7

in some CSS code I found out this type of selector

div#someid
  1. Is this formally correct?

  2. If the answer to (1) is YES, what's the need for the div selector before the #someid, shouldn't the id be unique in a valid web page?

Thanks!

2

The answer is they are the same but using the div in front of #id is superfluous and removing it does no harm while leaving it in only takes up space. Some may feel it makes the markup more readable, however, since it identifies the type of element the id is associated with.

I did read, once, that placing the div in front of the id may cause the browser to search through all divs first while just using #id does not but I'd have to look up that reference.

22
  1. Yes it's correct.
  2. It might be because it makes the selector more specific. The more specific a selector it is the higher priority it is.
3
  • 1
    +1 Very good answer, short and concise. The source: w3.org/TR/CSS2/cascade.html#specificity – anddoutoi Mar 11 '10 at 13:00
  • 2
    To add on: the ID must be unique for a single Document only. It's entirely possible and legal to have div#foo in one page and span#foo in another. Might be a bit of a pain to maintain, but it's valid. – ajm Mar 11 '10 at 15:07
  • I don't uderstand when you say: "The more specific a selector it is the higher priority it is.", the #someid get always the highest priority in CSS. – Marco Demaio Feb 14 '19 at 22:02
4

It is fine.

  • The stylesheet might be reused between pages which have the id on different elements
  • The explicit type provides information for the maintainer about the element
  • It makes the selector more specific, e.g. to override #other div.
1
  • I don't understand the last point, what do you mean by "It makes the selector more specific, e.g. to override #other div." Here is div#other – Marco Demaio Feb 14 '19 at 22:06
2

From what I understand, CSS will rank selectors based on how specific the selector is, if two rules apply to the same element,

ie

#someId{
color: black;
}
.someClass{
color: green;
}

And you had this div:

<div id="someId" class="someClass">

Then which wins? (There are rules in place to govern this particular example, I believe the ID would win anyway).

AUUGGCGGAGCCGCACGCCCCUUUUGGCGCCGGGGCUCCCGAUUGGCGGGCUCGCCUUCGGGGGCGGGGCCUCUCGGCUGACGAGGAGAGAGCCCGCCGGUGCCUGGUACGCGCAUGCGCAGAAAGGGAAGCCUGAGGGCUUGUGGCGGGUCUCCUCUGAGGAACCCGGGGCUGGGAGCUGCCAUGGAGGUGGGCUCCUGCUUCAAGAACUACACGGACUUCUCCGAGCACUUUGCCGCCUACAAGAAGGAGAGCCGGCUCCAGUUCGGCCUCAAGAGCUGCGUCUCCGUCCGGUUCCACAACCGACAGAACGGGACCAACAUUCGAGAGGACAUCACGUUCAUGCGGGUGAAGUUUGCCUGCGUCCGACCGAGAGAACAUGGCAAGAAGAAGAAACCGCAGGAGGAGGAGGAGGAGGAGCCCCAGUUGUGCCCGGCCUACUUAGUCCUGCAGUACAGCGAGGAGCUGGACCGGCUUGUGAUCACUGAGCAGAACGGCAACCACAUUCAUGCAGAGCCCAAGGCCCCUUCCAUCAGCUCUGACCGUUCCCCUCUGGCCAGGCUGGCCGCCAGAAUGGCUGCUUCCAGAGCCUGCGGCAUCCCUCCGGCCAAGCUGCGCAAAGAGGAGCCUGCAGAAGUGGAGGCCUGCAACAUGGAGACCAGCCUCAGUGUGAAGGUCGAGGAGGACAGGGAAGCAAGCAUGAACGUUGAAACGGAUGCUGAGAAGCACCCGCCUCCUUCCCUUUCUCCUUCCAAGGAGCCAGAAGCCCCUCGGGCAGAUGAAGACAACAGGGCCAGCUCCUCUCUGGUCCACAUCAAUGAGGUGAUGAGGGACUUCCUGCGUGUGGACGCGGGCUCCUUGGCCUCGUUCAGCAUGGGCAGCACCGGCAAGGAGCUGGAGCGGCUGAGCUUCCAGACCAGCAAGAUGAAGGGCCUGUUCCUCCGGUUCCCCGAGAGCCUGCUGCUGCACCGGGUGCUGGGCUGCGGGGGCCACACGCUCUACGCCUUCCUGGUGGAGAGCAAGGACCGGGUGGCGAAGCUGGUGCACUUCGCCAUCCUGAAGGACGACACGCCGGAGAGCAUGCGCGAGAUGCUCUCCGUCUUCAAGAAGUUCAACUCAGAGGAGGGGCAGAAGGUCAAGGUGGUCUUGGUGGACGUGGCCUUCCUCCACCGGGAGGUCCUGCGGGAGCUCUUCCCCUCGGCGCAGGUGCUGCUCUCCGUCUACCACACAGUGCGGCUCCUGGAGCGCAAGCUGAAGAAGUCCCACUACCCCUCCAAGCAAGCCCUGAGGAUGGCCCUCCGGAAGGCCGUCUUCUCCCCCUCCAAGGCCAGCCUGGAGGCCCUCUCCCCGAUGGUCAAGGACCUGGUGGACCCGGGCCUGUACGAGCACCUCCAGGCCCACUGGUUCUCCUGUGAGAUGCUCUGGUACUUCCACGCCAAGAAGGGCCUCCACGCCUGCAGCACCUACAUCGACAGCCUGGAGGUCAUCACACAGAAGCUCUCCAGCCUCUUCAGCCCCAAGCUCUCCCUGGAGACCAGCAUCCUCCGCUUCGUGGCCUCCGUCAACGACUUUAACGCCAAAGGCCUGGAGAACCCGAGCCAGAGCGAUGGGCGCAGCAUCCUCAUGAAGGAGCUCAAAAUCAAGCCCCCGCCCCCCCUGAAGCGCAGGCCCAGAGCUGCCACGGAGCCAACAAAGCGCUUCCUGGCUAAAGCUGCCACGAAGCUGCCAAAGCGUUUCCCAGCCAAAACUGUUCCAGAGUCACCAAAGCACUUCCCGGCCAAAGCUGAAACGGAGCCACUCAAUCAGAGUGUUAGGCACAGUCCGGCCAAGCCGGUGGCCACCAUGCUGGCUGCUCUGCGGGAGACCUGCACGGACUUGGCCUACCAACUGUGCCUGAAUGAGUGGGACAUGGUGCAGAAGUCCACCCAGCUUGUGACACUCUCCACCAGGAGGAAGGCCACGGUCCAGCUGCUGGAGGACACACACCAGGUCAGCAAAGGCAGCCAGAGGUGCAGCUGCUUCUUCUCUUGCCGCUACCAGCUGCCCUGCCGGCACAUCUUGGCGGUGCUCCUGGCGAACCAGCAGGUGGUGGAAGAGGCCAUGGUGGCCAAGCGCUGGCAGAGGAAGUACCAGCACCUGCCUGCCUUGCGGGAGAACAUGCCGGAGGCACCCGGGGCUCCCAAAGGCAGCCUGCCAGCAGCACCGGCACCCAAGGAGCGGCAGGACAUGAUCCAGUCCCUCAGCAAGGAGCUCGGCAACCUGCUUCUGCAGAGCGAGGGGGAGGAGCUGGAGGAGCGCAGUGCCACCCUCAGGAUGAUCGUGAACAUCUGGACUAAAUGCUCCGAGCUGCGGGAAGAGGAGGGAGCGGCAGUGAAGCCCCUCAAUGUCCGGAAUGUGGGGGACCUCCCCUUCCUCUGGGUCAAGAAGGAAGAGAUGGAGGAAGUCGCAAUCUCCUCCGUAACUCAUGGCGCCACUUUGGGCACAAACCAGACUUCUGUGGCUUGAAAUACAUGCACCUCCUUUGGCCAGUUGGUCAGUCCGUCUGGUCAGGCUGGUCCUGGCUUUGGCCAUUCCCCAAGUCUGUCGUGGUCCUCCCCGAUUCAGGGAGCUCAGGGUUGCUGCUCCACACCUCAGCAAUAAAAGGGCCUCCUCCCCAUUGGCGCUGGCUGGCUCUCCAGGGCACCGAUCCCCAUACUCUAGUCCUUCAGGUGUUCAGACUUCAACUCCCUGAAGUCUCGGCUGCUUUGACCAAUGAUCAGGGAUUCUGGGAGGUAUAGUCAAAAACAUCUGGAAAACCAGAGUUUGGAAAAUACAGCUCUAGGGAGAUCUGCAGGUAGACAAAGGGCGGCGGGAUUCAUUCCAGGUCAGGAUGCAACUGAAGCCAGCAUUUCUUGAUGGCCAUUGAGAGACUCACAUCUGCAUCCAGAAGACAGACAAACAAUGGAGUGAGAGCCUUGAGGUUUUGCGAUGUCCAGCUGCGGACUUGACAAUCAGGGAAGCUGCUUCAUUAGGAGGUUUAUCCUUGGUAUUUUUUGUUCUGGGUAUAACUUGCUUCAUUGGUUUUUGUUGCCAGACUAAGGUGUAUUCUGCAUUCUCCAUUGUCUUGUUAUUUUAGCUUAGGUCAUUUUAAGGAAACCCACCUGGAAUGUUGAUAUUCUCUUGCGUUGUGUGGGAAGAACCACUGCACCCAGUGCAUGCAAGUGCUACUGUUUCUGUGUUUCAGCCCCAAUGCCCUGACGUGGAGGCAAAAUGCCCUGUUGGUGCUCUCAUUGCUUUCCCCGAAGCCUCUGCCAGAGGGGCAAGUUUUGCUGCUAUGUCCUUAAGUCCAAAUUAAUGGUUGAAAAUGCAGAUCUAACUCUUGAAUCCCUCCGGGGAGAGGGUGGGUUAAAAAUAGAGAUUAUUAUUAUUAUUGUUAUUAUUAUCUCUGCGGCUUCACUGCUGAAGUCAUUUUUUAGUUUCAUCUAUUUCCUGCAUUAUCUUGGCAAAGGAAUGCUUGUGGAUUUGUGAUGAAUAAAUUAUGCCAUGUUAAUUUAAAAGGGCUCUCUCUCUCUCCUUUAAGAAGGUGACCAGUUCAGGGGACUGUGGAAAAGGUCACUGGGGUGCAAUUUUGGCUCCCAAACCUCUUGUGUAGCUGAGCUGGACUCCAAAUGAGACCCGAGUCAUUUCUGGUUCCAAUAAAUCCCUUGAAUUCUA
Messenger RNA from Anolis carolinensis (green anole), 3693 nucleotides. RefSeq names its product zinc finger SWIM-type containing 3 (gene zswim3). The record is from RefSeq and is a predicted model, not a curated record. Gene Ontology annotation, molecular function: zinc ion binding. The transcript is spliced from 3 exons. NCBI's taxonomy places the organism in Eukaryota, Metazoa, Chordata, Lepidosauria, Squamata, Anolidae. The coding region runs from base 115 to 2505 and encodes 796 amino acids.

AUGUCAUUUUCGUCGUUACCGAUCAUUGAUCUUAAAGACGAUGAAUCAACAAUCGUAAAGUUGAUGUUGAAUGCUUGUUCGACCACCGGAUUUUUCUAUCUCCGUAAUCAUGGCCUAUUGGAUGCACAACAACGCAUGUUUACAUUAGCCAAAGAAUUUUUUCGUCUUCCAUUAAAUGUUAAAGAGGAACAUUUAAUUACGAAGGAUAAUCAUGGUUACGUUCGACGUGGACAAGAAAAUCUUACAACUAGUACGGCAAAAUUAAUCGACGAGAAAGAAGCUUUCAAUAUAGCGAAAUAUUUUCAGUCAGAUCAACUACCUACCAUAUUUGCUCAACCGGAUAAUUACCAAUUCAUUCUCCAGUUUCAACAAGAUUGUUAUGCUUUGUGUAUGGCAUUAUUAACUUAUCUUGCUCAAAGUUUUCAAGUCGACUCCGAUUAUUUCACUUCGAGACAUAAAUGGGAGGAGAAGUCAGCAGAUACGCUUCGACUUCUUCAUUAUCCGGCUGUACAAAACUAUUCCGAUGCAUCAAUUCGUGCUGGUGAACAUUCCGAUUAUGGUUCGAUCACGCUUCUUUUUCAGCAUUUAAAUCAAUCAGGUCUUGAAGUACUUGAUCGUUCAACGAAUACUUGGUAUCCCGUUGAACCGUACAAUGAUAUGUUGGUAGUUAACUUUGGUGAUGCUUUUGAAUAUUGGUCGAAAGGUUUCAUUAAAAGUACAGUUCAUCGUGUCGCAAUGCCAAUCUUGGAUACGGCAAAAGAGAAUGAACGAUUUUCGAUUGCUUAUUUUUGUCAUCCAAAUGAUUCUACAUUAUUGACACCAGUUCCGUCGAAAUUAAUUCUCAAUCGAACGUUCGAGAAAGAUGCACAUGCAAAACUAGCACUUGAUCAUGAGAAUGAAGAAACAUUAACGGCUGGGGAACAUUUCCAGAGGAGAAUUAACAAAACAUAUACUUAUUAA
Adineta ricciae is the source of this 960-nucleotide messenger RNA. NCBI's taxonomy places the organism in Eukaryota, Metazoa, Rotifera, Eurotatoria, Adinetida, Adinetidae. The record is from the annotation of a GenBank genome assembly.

But say you had these rules:

.someClass{
color: black;
}
div.someOtherClass{
color: green;
}

Then I the second rule would trump it, because it's more specific.

However as David pointed out, ID's are generally rated a lot higher, so ID will win a lot of the time.

So there are two reasons I can see for using element#id selector

I) It's to trump some convoluted rule, ie div#canvas>div>div#main>div:last-child>div

II) So you know what element it is referring to, ie if your div had and id of "postcodeContainer" and you were trying to find it in the html file, it might be harder because you have to look at every element (unless you used your IDE's search/find option), where as div#postcodeContainer you know you are looking for a div element.

2
  • 1
    It wouldn't. An id selector is an "order of magnitude"* more specific. (*not a technical term) – Quentin Mar 11 '10 at 12:59
  • Ok, in this circumstance it may not win. Going to re-do the rules. – Psytronic Mar 11 '10 at 13:17
1

div#someid - select a div with id someid
#someid - select any type of element with id someid

2
  • 1
    ...but id is unique on the page. If not, it is breaking the page. – awe Mar 11 '10 at 12:58
  • The ID is (or at least should be) unique on that page, but the CSS can be used on many pages... – Simon Mar 11 '10 at 13:53
0

One reason for having the tag selector is that it assumes some basic CSS, like it's a block tag with zero margins/padding.

2
  • @MarcoDemaio Do you have an actual question? Why are you responding NINE years later? – DisgruntledGoat Feb 20 '19 at 13:23
  • sorry, I do not understand what you mean in your answer. – Marco Demaio Mar 4 '19 at 15:01

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